Fast forward a few centuries with France and England at war, the administration of King William came up with, at the time, a novel idea to finance the war. They decided to borrow a large sum of money and use taxes to pay it back to the lenders with interest. The group of lenders that initially lent 1.2M pounds to the English government in 1694 incorporated themselves into a new entity, named The Bank of England. The Bank of England allowed the public to deposit their gold and share the interest and issued Bank Notes as a receipt. The deposits were then further lent to the king and the public had a guaranteed claim on their deposit through their notes. Until this period, borrowing and lending were primarily done on a small scale and were exclusively short-term loans. This change meant the participants mostly consisted of high net worth individuals interacting directly with private bankers. The general setup of this structure made deposit banking possible, introduced credit and debit, and allowed for fractional reserve banking. Traders became merchants, merchants started companies, and companies became enterprises; industrialization and capitalism brought about scale. Commerce expanded as a whole and as business owners embarked to borrow money and finance their expeditions, new structures for trading companies emerged. These structures had special charters, limited liability, and offered different ways to capture value. The shareholders started to buy, sell, and trade their stock with other shareholders, and as the volume of these trades grew, stock exchanges were established to manage the trades. Sophistication followed, and we saw the emergence of new vehicles like investment funds, pension and insurance funds, mortgage houses, and even venture capital.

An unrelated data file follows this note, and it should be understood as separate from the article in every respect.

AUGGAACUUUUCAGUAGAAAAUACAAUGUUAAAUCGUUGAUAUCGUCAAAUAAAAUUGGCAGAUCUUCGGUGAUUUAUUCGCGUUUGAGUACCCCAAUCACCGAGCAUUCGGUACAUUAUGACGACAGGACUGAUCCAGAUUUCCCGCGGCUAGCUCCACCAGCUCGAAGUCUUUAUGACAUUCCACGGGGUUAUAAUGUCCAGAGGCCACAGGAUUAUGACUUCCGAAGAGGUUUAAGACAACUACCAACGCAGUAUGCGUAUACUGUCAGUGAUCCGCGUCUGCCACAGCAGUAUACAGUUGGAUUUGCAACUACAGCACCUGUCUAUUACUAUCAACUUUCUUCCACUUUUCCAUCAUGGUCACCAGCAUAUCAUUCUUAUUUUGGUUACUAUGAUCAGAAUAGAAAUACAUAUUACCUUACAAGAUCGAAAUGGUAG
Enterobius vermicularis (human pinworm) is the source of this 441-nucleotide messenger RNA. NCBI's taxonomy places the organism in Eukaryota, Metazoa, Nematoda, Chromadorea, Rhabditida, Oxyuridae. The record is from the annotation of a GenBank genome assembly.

At the turn of the 20th century, stock, bonds, and equity markets were well established, and globalization propagated most of these services to the rest of the world. Computers and the internet made it possible for organizations from multiple countries and jurisdictions to work together, but most financial institutions and products we are familiar with have only existed before the end of the 20th century. Over the last 80 years, regulation and technology transformed how these businesses operate, and corporate governance became more central to how these institutions thrive. Technology has played a crucial role in how modern institutions conduct business, and although the actors (executives, employees, shareholders, boards, regulators) within these institutions have largely remained the same, their ability to perform their respective duties has been enhanced through the easy access to information necessary to make decisions. What started as a bank in the 1600s has now gotten 100-1000x easier to replicate with the modern infrastructure, but we believe this can be improved by another order of magnitude. What we see now is a new wave of companies redefining an institution to be software first. The revolution that arrived via the modern tech stack conveniently located itself a layer above the existing legacy infrastructure. This benefited everyone as it became easy to automate existing processes and share information across organizations, but the net result was an efficiency gain, not a transformation.